5 December 2017

Barton Highway duplication work brought forward

| Ian Bushnell
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Dangerous road: A sign urging Barton Highway drivers to stick to the speed limit. Photo: Yass Valley Shire Council.

A sign urging Barton Highway drivers to stick to the speed limit. Photo: Yass Valley Shire Council.

Works to duplicate the notorious stretch of Barton Highway between the ACT border and Yass are being brought forward, with a series of safety measures now underway and a ‘smart’ systems program flagged.

NSW Minister for Roads, Maritime and Freight Melinda Pavey announced at a joint State-Federal press conference at Hall Village Reserve Park on Monday that a decision had been taken to duplicate the highway, although she could not say when actual road works would start or how far initial work would get.

The joint announcement from the Federal and NSW Governments said that all short-term works in the Barton Highway Improvement Strategy would be completed over the next three years and the duplication timetable would be brought forward.

Road users will start seeing tree trimming, adjustments to existing line marking, and updated road signs and safety barriers.

Federal Minister for Infrastructure and Transport Darren Chester said there was likely to be funding available for a section of the highway to be duplicated and both governments were investigating how much could be achieved.

Ms Pavey said she couldn’t promise that the highway would be duplicated from the ACT border to Murrumbateman, suggesting it may only be five or six kilometres. “We’ll get as far as we possibly can. Then we’ll see in future budget cycles what it is going to take,” Ms Pavey said.

The Duplicate the Barton Highway Community Action Group posted on its Facebook page: “Finally- Melinda Pavey Minister for Roads confirms that duplication is the decision. Existing funds won’t get all the work done – we will still need to campaign for more funds- but the work has begun and RMS have committed to keeping us regularly updated on progress.”

Group convenor Sophie Wade said although the community might not see a shovel in the ground until 2019, the the NSW Government had for the first time committed to the project and started the necessary preliminary work for duplication, and would present a detailed display of the project at next year’s Murrumbateman field days.

Mr Chester said the Federal Government had also approved $3.25 million to pay for intelligent transport systems (ITS) designed to improve trip reliability and to better manage and reduce traffic incidents.

Ms Pavey said these measures could include real-time traffic monitoring, closed circuit television (CCTV) and variable message signs at strategic locations to inform road users of changed traffic conditions.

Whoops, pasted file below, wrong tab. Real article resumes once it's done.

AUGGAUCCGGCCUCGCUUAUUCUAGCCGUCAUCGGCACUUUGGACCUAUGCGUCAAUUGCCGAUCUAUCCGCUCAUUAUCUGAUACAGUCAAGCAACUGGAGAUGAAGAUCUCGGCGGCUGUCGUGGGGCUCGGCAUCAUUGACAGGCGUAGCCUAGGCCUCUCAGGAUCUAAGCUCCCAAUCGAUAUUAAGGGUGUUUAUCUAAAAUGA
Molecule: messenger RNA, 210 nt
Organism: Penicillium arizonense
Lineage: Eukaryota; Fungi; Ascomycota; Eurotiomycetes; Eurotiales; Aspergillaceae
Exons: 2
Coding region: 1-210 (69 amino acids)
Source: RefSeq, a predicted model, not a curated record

“ITS and a duplication business case are two of the short-term actions identified as part of the improvement strategy, and the ITS measures in particular offer motorists the prospect of quicker, safer and more reliable trips by helping road users with travel decisions while improving incident management. This is good news for the entire Yass Valley region and is the result of significant stakeholder consultation and community feedback received as part of the improvement strategy,” Ms Pavey said.

NSW Nationals Senator John Williams said up to 12,500 vehicles used the Barton Highway each day, underlining the importance of the corridor.

“The Barton Highway is being used by an increasing number of drivers for either work, school or to access services outside the Yass Valley. More than 8,000 people travel into the ACT for work each day and most of them travel by car, which underlines the importance of these works,” Senator Williams said.

NSW Member for Goulburn Pru Goward said the investments would complement a package of improvement works aimed at improving safety, traffic flow and freight productivity.

“These works will involve installing safety barriers and updated road signs, adjustments to existing line marking and tree trimming. The Barton Highway between Yass and the ACT border is a dangerous stretch of road that has seen 19 fatalities and 258 injuries recorded between 1997 and 2011, so the need to act is clear,” Ms Goward said.

Initial works began in November and are due for completion in mid-2021. The Federal and NSW governments have each committed $50 million to improve road user safety, traffic flow and freight productivity on the Barton Highway.

Do you think duplication work on the Barton Highway will start soon? Should the NSW and Federal Governments be doing more? Let us know your thoughts by commenting below.

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